If You’re As Good as You’re Going to Get You Can’t Work Here: Case Study of Deschutes Brewery – Part 2

Do you resonate with this sign? Maybe you can’t wait to e-mail the picture to your team to energize your commitment to forwarding continual performance improvement. Before you hit “send,” pause to soberly consider the full implications of such a radical message. In most companies, the hard-to-admit reality would be best captured in a dramatically different sign:

Now be ruthlessly honest. Do you work for a competent-is-good-enough organization? So if you raise the bar to proclaim never-ending performance improvement as a job requirement, your life is about to get very messy. Do you really want to get bogged down dealing with uncomfortable emotions–fear of failure and self-doubt–that inevitably arise when people feel forced to expend the unreasonable effort and risk required to keep getting better. After all, they didn’t sign up to become Navy Seals!

So how does Deschutes Brewery live their core value “Do our best and next time do it better?” Besides adopting my Practice While Real Work Gets Done Process described in Part 1 of this blog, the sales team makes mindset disturbance coaching the centerpiece of their performance improvement efforts.

Mindset disturbance coaching becomes indispensible when a leader does everything else right—including expectations, culture, training, motivation, rewards—but people falter because performance improvement requires expanding their comfort zones. Faced with this challenge, Deschutes managers invite their team members to embrace discomfort by taking accountability for their mindset, and the ensuing choices, actions, and results. As everyone rushes to take accountability, the end result is a bonafide “no-spin zone.”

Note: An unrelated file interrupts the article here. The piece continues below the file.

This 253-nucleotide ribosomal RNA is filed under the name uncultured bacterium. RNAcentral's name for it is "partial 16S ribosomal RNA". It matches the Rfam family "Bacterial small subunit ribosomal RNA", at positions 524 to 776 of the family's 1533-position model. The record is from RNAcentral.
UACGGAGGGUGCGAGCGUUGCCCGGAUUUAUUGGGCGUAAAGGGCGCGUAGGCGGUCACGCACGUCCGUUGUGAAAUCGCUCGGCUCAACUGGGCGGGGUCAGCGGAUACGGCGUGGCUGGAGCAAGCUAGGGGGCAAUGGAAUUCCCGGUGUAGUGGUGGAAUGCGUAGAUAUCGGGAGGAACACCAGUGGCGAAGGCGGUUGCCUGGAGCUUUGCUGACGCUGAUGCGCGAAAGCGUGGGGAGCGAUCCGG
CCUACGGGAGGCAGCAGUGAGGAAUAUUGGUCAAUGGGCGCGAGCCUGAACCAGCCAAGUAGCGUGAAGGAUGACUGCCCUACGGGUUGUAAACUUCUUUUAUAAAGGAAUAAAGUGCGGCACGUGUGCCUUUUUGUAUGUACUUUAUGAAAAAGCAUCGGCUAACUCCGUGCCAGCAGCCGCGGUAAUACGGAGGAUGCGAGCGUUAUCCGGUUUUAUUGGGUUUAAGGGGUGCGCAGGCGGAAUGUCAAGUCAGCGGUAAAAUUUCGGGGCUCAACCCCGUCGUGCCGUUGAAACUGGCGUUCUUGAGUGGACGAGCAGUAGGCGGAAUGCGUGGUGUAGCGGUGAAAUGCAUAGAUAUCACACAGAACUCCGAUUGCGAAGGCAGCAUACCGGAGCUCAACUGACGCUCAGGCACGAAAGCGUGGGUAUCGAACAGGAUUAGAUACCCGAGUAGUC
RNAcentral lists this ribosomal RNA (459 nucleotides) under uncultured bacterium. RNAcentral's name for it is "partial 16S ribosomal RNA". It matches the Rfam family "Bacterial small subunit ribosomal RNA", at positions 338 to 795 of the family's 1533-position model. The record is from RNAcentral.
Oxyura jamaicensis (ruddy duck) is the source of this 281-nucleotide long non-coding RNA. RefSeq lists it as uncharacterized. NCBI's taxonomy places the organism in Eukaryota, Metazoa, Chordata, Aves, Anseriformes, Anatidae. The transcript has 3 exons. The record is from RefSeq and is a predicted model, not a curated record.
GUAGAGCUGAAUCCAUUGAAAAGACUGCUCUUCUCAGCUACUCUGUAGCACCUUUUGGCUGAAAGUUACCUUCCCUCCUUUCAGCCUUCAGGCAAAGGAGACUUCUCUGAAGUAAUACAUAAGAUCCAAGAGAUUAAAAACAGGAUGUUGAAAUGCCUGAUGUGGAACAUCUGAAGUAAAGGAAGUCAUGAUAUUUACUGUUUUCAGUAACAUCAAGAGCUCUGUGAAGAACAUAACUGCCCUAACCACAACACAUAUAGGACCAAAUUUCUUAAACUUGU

In Part 2 of this blog, I share highlights from a 3-year case study describing my collaboration with Deschutes. Get ready to learn about a performance coaching approach that is vital for making talent development your game-changer advantage.


During our 3-year collaboration, Deschutes Brewery achieved impressive quantifiable results in:

  • Compounded annual growth rates higher the rest of the US beer industry
  • Citation as an Outsider magazine best companies to work for
  • Outlier results in Gallup Employee Engagement surveys (88% rated “engaged or very engaged”-an outlier result).

For the full description of organizational results, download the case study by clicking the button below:

Download the Case Study

A Game-Changer Coaching Process: Coaching for Mindset Disturbance

“You will never touch a level of greatness until your comfort zone is disturbed.”
—Ray Lewis, all-time great linebacker for the Baltimore Ravens

Every sales manager is familiar with employees who won’t do what they’ve been trained and are expected to do. Sales reps don’t do cold call marketing. Managers don’t delegate. People receive feedback and don’t put it into practice. Logistics teams agree to project plans and don’t follow through. Trainees go to workshops and don’t apply their training back at work. Facing these types of problems, most sales managers who attempt to hold people accountable, exhaust the customary checklist of potential causes: